In November 2019, the Human Rights Education Program at the Cairo Institute for Human Rights Studies held its third annual Young Leaders of Civil Society Program (YLCSP), a training symposium as part of its program for youth leaders of civil society in the Middle East and North Africa (MENA). Over nine days in two Tunisian cities, 15 human rights defenders from Iraq, Syria, Palestine, Egypt, Libya, Tunisia, and Morocco were brought together over nine days in two Tunisian cities as part of a training program based on a “participant-focused” learning process. This process is designed to accommodate participants of diverse interests and backgrounds and facilitate and the exchange of experiences. Participants’ professional specializations ranged from protecting women’s rights in armed conflict zones to freedom of expression, journalism, and media, the rights of sexual minorities, student activism, unemployment and precarious employment, and the rights of ethnic groups.— a broad array of issues reflecting their geographic diversity as well.
The symposium began with an introduction to the relationship between human rights, the state, religion, and the public sphere; focusing on the emergence and development of the rights movement and the challenges it faces in the MENA region. Participants discussed case studies depicting human rights issues, including the repression and violation of the personal liberties and individual rights of women, particularly women human rights defenders; as well as suppression of free expression and opinion, and systematic religious discrimination against minorities.
During the training, participants were divided into three main groups. The first focused on exploring how to combat sexual harassment in their work environment, while the second group examined the lack of criminal justice recourse for sexual minorities. The third group focused on indigenous rights in the region. In each group, participants applied advocacy strategies to their respective human rights issues, discussing the causes of the problem and its direct and indirect impacts, as well as the political, social, and religious factors behind the growth and spread of the problem. From there, each group identified objectives as part of a plan to address the problem, designed after identifying helpful and obstructive parties in the work environment and flexible tactics to bring change that is appropriate for the general context and nature of the problem.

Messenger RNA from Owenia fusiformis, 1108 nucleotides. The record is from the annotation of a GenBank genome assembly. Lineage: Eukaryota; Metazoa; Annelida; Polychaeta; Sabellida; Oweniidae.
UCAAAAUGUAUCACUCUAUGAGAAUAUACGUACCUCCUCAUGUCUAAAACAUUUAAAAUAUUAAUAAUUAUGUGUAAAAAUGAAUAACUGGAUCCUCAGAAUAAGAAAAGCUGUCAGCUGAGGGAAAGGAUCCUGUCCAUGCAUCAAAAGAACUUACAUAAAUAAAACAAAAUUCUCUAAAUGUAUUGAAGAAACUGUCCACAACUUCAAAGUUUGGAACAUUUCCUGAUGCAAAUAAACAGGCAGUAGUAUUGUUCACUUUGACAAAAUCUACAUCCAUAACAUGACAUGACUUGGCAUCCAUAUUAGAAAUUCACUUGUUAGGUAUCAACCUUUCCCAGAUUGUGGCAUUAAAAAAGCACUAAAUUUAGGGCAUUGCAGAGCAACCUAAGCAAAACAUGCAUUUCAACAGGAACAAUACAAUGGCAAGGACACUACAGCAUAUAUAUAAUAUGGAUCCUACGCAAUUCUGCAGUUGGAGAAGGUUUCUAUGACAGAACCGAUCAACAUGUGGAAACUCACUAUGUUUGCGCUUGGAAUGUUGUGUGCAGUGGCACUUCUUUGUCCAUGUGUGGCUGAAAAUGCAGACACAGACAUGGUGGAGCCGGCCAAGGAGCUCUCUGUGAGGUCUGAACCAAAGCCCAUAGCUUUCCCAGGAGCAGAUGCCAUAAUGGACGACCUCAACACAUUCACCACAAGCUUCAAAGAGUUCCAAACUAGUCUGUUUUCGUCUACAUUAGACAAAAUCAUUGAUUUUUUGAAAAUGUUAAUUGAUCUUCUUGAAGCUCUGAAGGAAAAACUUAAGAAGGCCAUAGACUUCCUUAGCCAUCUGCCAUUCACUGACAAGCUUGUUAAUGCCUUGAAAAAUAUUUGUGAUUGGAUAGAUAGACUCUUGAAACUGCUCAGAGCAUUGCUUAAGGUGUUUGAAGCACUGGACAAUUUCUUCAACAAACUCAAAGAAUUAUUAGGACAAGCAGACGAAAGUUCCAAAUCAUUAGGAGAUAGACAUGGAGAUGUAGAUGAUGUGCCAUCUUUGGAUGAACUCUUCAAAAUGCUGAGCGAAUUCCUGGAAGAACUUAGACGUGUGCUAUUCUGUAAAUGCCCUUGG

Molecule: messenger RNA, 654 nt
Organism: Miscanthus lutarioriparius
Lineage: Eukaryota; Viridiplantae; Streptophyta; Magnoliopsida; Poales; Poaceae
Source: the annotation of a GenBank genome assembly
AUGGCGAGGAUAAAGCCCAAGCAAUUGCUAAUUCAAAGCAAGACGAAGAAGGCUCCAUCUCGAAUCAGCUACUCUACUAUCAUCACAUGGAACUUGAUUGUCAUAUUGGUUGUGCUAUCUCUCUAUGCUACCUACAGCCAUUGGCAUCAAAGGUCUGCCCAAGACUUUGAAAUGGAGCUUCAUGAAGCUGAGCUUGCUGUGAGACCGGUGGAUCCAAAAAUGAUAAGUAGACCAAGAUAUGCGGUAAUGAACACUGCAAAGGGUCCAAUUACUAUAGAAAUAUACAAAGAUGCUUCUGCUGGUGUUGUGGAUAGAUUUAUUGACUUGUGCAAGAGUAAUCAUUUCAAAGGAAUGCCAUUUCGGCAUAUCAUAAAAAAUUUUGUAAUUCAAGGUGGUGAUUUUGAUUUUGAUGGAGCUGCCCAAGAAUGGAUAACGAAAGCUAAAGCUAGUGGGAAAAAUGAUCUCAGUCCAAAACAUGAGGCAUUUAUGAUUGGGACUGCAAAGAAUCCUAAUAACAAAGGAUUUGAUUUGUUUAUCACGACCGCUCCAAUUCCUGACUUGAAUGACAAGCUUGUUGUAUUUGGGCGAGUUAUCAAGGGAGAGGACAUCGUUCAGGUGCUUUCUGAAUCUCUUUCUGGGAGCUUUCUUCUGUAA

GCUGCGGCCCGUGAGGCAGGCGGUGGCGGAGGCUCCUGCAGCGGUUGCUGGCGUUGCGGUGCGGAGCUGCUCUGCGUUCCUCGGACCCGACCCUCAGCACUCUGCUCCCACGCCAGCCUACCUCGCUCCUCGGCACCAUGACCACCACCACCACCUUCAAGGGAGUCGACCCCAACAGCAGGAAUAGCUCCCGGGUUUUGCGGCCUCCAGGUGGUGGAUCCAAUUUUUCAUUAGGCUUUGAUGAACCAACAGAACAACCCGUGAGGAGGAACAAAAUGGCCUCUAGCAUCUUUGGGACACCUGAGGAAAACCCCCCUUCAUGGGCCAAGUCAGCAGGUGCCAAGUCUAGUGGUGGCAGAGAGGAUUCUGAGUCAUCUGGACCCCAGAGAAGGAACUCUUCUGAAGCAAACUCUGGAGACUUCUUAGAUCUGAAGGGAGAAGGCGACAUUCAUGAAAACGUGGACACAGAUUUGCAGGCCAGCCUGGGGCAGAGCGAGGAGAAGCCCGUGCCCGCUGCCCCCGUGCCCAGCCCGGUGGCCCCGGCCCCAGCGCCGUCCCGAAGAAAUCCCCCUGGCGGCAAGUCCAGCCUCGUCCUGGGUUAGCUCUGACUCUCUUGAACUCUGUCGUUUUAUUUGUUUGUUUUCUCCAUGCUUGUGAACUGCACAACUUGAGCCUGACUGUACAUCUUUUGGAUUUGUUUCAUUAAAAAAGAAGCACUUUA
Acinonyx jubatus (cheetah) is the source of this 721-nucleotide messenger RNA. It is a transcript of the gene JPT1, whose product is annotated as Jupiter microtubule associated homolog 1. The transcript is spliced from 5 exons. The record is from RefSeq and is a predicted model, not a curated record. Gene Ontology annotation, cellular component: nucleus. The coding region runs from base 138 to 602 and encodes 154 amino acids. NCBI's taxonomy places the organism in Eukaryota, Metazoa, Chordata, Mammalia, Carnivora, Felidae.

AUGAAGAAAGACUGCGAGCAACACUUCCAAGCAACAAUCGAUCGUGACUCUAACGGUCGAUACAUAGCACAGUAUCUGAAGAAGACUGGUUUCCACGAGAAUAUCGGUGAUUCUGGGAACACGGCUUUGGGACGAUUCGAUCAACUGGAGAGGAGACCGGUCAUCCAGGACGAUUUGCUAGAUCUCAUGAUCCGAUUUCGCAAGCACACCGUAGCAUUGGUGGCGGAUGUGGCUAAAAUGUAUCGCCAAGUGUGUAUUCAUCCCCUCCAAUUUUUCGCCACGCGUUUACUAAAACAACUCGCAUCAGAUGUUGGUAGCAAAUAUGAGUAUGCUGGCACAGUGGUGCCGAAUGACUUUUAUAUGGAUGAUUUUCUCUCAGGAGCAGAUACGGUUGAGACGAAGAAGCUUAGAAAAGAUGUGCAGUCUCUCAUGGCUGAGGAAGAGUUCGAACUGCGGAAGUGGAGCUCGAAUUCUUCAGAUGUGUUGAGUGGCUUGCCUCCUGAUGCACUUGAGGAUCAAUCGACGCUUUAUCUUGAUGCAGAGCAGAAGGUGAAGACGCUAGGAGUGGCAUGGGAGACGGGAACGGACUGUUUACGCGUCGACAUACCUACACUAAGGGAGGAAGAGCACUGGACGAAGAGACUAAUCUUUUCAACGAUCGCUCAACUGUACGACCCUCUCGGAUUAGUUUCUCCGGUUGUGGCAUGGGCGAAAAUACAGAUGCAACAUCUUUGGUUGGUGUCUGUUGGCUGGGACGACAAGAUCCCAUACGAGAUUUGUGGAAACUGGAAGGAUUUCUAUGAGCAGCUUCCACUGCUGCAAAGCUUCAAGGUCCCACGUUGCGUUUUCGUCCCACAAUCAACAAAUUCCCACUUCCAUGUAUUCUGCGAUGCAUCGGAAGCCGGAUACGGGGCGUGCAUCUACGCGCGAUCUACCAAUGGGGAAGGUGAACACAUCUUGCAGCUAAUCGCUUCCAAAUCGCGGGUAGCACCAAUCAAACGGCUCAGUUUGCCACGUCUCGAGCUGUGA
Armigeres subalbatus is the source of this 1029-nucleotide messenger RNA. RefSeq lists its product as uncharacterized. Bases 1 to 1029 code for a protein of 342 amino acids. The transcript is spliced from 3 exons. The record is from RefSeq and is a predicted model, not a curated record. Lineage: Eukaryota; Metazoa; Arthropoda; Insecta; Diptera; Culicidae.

Participants were able to take advantage of the experiences of Tunisian civil society actors involved in the training, particularly in debating and constructing arguments to confront societies hostile to human rights and freedoms, as well as how to use media and press platforms to raise awareness among the target public and resist counter-campaigns. The training was augmented by visiting the Tunisian Center for Press Freedom, which enabled participants to see up close how civil society in Tunisia functions and learn about the gains of and challenges facing media and rights work in the country today.
The Young Leaders of Civil Society Program included training on digital security and information safety, which are key to successful rights work in the region today given the repressive climate threatening the lives and safety of human rights defenders around the region. The training also provided a forum for CIHRS to share its experience with participants regarding international advocacy and UN human rights instruments. Part of the symposium focused on familiarizing participants with the UN grievance system and the nature and limits of UN special rapporteurs on particular rights. CIHRS stressed the importance of engaging with these and other instruments as part of international advocacy in order to bring redress to victims of human rights violations in states throughout the region, all of which are member states of the UN.
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